Joel Caine - NRL - AthletesVoice
Joel Caine - NRL - AthletesVoice


The day the NRL froze

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The day the NRL froze


We were quite certain that we weren’t going to be playing.


The clips that are out there show plenty of snow on the ground, especially in the first half, but it was actually much worse in the reserve grade game. So we were really relaxed because we thought there was no way they would make us play.


Funny thing is, it wasn’t even winter yet.


It was NRL round 17, May 28, 2000. The first year of the merged Wests Tigers team. The season was early that year because of the Sydney Olympics in September, and we were very much in finals contention.


In fact, we were second on the ladder when we travelled on a bus down to Canberra.


We had no idea of the weather forecast. I mean, we knew it would be cold already because it was Canberra and only one week before winter, but we never knew just how cold it was going to be.


It really dawned on when we were in the sheds during the reserve grade game and someone said, ‘Come and check this out’. We went out to have a look and we couldn’t believe it. It was a full-on blizzard out there.


When someone told us we were going to play, it was very deflating. We did our warm-up inside the sheds, then out we ran. Looking at the clip now, we don’t look too happy about it!



Have you ever read ‘Lord of the Flies’? The team was like that. We all started to turn on each other because scarcity was a real problem.


I’ll never forget it when we ran out – Kevin McGuinness had this undergarment like a skin garment for his arms with long sleeves. We all looked at him as if to say, ‘Oh, you arsehole, why did you get to have that?’.


It was so cold, and that undergarment was just worth a million dollars at that time.




The ground was totally snow-covered at kick-off, and it was almost impossible to see any marked lines.


I was playing fullback and the problem with that was that the game was so stop-start, your heart rate just did not get up at any stage during the match, which was the worst thing because you needed to keep warm.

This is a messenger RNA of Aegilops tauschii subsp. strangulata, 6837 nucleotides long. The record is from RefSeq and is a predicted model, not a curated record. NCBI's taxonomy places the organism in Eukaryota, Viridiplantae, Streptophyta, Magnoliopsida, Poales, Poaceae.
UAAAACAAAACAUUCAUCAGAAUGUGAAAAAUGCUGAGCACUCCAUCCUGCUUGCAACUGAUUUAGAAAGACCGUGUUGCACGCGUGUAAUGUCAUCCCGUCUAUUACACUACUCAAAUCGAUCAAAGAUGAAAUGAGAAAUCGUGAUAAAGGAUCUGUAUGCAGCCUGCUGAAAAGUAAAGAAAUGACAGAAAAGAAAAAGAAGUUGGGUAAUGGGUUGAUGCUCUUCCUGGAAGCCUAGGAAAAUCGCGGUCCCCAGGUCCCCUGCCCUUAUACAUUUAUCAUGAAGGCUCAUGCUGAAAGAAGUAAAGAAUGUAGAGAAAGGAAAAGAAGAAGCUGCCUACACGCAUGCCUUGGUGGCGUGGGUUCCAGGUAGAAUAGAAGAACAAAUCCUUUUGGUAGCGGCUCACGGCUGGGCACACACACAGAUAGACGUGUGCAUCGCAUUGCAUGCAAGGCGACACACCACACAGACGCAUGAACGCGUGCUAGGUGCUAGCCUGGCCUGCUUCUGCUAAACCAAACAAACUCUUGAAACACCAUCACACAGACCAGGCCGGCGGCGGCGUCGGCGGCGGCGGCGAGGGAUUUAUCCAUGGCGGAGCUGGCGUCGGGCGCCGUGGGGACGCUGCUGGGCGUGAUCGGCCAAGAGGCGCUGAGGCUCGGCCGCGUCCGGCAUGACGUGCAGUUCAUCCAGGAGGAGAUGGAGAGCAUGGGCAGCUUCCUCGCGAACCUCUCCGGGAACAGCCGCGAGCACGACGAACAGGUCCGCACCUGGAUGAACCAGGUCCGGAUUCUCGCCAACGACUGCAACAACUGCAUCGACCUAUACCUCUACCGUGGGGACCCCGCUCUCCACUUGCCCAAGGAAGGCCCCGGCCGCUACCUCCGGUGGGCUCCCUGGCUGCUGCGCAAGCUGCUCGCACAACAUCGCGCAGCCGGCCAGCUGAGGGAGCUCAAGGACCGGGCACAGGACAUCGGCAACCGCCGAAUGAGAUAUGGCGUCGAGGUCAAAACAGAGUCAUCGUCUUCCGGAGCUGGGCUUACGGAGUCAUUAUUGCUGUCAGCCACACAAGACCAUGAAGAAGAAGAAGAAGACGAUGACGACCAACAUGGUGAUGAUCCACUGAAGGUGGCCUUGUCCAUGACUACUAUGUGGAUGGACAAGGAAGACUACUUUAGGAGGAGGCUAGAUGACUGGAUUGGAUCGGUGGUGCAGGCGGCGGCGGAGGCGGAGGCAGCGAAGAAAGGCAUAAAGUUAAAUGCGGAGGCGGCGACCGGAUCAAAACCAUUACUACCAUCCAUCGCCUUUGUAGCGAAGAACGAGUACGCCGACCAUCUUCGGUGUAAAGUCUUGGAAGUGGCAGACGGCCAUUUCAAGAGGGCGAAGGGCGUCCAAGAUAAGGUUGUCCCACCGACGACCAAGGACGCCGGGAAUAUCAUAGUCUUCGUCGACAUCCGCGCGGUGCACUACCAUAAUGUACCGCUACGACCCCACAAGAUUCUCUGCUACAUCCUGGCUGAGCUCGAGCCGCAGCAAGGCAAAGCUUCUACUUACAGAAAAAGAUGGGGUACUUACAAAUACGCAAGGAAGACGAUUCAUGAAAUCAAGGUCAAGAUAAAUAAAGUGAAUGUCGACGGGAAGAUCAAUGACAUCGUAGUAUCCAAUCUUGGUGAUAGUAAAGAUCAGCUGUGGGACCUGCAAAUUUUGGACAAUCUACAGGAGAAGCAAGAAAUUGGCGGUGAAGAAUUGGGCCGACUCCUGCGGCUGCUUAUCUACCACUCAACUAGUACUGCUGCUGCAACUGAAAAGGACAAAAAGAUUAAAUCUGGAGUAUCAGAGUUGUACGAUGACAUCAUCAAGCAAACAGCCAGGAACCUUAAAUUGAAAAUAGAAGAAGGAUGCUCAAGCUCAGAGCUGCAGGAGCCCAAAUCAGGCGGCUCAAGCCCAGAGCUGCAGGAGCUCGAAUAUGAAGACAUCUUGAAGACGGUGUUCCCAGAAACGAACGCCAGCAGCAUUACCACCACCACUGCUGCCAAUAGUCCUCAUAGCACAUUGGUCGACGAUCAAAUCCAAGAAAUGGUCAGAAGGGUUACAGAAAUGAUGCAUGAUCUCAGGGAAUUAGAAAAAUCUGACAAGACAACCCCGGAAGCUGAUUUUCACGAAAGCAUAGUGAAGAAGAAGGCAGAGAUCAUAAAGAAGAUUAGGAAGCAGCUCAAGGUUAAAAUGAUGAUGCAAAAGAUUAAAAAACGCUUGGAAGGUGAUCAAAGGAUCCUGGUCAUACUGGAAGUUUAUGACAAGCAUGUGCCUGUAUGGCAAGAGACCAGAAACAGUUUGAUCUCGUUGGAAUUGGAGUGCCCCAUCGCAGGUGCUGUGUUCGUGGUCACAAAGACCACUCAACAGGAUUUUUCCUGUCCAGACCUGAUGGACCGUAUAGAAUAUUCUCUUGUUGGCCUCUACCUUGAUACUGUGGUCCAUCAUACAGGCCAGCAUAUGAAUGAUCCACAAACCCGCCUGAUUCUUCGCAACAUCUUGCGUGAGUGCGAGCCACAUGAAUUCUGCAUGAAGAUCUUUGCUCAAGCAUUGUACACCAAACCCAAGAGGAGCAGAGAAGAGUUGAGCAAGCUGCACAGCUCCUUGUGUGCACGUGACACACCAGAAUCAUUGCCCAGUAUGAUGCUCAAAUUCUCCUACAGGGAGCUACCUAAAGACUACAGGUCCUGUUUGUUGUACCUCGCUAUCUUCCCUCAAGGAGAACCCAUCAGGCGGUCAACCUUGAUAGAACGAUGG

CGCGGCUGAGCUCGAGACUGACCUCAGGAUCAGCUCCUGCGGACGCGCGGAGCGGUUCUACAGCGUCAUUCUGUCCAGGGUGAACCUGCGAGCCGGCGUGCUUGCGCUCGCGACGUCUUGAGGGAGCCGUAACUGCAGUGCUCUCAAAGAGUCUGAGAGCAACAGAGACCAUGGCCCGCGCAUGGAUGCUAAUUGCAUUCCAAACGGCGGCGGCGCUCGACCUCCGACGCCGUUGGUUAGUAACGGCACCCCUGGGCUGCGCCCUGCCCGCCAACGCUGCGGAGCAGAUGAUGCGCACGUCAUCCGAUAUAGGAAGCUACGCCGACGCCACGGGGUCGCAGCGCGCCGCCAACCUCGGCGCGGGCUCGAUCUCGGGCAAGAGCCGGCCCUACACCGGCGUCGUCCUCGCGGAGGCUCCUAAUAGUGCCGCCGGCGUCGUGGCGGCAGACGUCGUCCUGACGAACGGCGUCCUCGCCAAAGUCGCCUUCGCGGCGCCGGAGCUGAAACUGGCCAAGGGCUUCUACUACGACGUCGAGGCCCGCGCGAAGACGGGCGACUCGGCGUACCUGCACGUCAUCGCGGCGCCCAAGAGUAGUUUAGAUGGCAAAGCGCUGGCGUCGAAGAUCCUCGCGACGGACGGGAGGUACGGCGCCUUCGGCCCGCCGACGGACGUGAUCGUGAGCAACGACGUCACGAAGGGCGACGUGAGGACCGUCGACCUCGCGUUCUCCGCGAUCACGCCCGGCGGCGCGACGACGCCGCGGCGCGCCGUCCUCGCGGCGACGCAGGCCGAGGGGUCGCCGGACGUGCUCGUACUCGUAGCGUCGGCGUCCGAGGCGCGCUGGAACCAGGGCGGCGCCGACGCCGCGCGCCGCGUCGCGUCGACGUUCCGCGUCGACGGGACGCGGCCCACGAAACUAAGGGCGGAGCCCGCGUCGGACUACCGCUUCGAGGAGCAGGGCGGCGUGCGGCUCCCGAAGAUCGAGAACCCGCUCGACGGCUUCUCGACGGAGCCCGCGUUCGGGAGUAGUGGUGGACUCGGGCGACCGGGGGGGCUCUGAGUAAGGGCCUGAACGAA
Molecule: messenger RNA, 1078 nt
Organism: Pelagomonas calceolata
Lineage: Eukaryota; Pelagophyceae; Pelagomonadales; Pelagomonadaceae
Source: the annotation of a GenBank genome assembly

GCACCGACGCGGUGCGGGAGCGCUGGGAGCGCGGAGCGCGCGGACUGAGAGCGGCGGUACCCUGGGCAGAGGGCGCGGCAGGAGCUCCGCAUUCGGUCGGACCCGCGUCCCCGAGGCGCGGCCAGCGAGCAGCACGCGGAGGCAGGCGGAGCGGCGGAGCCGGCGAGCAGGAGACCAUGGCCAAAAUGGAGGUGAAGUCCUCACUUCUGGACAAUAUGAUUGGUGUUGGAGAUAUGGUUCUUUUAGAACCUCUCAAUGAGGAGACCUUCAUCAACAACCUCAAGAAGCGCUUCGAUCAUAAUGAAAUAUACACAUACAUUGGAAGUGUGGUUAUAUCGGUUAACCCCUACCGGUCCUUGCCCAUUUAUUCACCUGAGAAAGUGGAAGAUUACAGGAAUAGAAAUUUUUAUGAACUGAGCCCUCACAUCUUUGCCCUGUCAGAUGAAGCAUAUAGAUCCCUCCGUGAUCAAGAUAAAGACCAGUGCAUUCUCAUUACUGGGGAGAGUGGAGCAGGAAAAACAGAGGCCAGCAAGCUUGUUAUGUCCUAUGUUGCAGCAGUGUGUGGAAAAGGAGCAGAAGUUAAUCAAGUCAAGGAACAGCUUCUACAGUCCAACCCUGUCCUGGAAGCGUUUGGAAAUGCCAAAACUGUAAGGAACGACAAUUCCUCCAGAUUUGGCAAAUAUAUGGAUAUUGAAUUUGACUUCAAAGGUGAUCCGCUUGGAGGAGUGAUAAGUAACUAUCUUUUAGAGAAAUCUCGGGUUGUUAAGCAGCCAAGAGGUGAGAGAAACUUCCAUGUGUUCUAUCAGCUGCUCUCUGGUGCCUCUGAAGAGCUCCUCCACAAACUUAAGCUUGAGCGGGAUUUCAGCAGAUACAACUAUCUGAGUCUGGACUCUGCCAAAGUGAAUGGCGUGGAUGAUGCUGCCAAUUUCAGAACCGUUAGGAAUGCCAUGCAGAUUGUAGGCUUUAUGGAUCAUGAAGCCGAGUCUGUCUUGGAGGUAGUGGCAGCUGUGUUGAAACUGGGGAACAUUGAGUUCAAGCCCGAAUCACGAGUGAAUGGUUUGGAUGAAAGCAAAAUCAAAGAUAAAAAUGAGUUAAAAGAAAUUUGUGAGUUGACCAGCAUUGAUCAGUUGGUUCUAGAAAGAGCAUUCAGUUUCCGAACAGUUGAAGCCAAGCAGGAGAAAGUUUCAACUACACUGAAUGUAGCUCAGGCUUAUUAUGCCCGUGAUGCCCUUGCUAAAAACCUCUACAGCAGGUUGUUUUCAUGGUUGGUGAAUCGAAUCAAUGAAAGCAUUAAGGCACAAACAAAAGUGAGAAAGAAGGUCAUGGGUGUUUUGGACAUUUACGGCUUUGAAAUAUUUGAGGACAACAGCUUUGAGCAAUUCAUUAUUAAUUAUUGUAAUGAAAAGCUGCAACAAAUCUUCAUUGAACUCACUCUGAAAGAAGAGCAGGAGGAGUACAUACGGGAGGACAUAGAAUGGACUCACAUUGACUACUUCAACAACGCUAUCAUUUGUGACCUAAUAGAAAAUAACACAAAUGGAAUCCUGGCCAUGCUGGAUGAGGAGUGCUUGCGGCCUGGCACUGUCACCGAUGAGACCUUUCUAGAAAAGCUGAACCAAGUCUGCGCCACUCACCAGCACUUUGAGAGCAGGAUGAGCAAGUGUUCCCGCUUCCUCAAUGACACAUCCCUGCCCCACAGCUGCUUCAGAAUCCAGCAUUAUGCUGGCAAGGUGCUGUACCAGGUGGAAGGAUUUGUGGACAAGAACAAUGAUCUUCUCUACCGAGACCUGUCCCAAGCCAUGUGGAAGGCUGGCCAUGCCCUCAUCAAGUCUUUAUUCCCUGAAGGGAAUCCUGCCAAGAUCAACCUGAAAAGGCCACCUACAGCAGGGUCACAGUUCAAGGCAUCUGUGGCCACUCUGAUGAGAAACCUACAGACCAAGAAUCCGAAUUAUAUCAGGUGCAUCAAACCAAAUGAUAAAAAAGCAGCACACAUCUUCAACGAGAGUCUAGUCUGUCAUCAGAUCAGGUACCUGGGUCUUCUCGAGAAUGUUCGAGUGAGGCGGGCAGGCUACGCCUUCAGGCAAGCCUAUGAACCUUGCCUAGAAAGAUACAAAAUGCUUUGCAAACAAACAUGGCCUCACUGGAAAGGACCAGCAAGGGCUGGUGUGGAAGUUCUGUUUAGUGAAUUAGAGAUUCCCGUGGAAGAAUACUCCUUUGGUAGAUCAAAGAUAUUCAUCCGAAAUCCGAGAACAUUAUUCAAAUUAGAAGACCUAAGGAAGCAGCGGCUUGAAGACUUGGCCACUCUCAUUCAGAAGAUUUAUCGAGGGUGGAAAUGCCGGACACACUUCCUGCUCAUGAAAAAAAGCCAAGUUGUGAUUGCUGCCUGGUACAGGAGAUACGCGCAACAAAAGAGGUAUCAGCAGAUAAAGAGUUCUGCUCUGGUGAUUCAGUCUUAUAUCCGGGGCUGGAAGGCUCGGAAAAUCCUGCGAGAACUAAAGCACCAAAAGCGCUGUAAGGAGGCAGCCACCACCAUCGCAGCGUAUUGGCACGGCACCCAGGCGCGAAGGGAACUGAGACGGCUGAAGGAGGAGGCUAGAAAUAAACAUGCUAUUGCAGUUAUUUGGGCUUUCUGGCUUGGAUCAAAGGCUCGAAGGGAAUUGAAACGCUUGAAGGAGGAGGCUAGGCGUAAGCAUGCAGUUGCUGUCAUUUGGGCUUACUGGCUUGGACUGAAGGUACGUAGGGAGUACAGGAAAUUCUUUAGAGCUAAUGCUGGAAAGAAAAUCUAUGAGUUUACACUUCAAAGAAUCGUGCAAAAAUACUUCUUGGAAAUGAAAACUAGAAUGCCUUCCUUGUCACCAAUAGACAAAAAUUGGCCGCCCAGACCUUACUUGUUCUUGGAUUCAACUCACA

So there I was at fullback, just literally standing there freezing my nuts off. I must have looked at the clock four thousand times in that match and I reckon every minute went for about 100 seconds. It was just soooo sloooow. It was literally a form of torture.


I reckon every minute went for about 100 seconds. It was just soooo sloooow. It was literally a form of torture.


Handling was difficult. You couldn’t even feel your hands. Our trainer Andrew Leeds would come on with warm water instead of the usual cold water.


It didn’t really help, though. On one play, I was returning the ball from the in-goal and they knocked the ball out of my hands and scored. If the try had been referred to the video referee, I probably would have just confessed my knock-on to Referee Simpkins to speed up the whole process so we didn’t have to stand around shivering. Actually, I’d be interested if any were referred that day!


If Junior had have decided (which he didn’t) to get the coaches hook out on me, I probably would have had a warm shower, put my Tigers Trackies and Ugg Boots on, and slipped up to the coaches box to give him a big cuddle for his kind consideration.



It's cold today but not as cold as on this day in 2000 when the Raiders took on the Wests Tigers under snow!

Posted by 1053 2CA – Forever Classic on Friday, 27 May 2016


I remember lining up a kick from the sideline. I think Laloa Milford may have scored the try and it was on the members’ side. As you can imagine, it was so cold that no one had bothered to go to the game. The official crowd was 7,384 but I don’t know where they were all hiding because it was a lot less than that, I would have thought.


When you get a small crowd like that, everyone’s got the best seat in the house which is on the halfway line. Don’t worry about ticketing, you can just take whatever seat you like.


Usually when you’re goalkicking, there might be 20,000 people there at the ground, and half of them will be cheering, the other half bagging the shit out of you. And all you hear is this muffled sound and you just go about your task and get it done.